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Conflict of Interest in Academic Research Presentation to the University of New Mexico Health Sciences Center April 29, 2015 1 Presented by: Julie Gottlieb,

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Presentation on theme: "Conflict of Interest in Academic Research Presentation to the University of New Mexico Health Sciences Center April 29, 2015 1 Presented by: Julie Gottlieb,"— Presentation transcript:

1 Conflict of Interest in Academic Research Presentation to the University of New Mexico Health Sciences Center April 29, 2015 1 Presented by: Julie Gottlieb, Johns Hopkins University School of Medicine

2 Conflict of interest When a secondary interest competes with a primary objective or responsibility 4/29/20152 images/6810/6811/2-1_what_we_fund_left.jpg vs.

3 The Objective of COI Policy Balance the mission of transferring knowledge and commercializing technology with the imperative of protecting the safety, integrity, and reputation of biomedical research COI policy and process must be credible and effective

4 Purpose of the COI Process Implementation of University’s COI policy Adherence to PHS regulations Support ethical conduct of research Ensure credibility of institution’s and investigators’ research 4/29/20154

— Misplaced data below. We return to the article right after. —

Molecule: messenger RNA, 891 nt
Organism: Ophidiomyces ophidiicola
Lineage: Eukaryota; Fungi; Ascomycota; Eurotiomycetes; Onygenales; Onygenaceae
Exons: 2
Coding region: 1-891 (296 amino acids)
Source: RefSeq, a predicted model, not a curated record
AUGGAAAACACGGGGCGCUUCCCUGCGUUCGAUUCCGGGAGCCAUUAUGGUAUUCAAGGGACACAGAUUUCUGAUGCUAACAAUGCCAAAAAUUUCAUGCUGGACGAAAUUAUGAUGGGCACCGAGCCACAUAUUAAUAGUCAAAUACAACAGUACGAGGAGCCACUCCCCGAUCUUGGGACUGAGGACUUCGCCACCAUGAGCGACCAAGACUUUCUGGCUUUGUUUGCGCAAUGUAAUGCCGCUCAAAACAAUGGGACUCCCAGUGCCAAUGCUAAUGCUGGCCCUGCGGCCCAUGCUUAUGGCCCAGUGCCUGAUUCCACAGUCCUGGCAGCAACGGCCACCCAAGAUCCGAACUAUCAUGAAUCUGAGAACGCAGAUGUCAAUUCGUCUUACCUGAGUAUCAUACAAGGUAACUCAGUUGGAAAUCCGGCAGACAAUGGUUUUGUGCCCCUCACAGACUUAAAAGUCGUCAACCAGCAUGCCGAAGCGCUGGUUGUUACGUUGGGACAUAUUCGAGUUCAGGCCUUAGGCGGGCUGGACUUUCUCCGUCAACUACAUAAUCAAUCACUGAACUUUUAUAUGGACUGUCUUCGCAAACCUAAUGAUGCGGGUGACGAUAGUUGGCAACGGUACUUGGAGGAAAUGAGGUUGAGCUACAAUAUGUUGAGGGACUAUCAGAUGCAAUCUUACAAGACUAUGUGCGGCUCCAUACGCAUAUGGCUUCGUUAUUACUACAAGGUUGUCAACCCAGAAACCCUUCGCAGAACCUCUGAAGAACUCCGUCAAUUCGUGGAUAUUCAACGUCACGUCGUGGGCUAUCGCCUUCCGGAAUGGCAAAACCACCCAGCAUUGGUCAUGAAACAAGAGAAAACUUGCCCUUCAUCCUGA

5 Contents Overview: history and regulatory environment Analyzing risks of COI in research Case studies 4/29/20155

6 Conflict of Interest Policy: A Brief History (1) 1980 – Congress passed Bayh-Dole Act allowing universities to retain ownership of inventions made with federal funds Growth of university (especially medical school) technology licensing, startups, consulting, industry sponsored research Development of biotech industry: 1994-2004 revenues increased 410% and R&D expenditures increased 283%* * BIO Biotechnology Industry Organization;

7 Significant Interactions between Industry and Academia Technology licensing (fees, royalty, stock) –FY07: 5,109 licenses and options* Research Sponsorship –FY07: $48.8 bn (total), $3.4 bn (industry) * Consulting (cash, stock) Collaborations (cash, material) *AUTM U.S. Licensing Survey FY2007

8 COI Regulation, Guidance 1995 – PHS/NSF COI regulations 1998 – FDA COI regulations Gelsinger death at UPenn 2000 – NIH Summit on COI in Human Subject Research (HSR) 2001- 2002 – AAMC recommendations on COI in human subject research (expanded 2008) 2004 – HHS final guidance on COI in human subject research 4/29/20158

9 Recent Developments 2004 - 61% of AMCs (voluntarily) adopted “presumptive prohibition”* 2005-6 – NIH prohibits COIs for intramural scientists, staff 2008-9 – Sen. Charles Grassley investigating (unreported) COIs 2008-9 – Required (orthopedic firms) and voluntary disclosure of industry payments to physicians, investigators 2009 – NIH expected to revise, strengthen COI regulations 4/29/20159 *U.S. Medical School Policies on Individual Financial Conflicts of Interest: Results of an AAMC Survey 2004

10 PHS, NSF Regulations on COI in Research PHS (NIH, etc.), NSF –Grantees must identify and manage, reduce or eliminate COIs and report to awarding agency before spending award $ (or within 60 days of being notified of COI in active project) –> $10K/year, > 5% stock, royalties other than from grantee, etc. –Prospective review 4/29/201510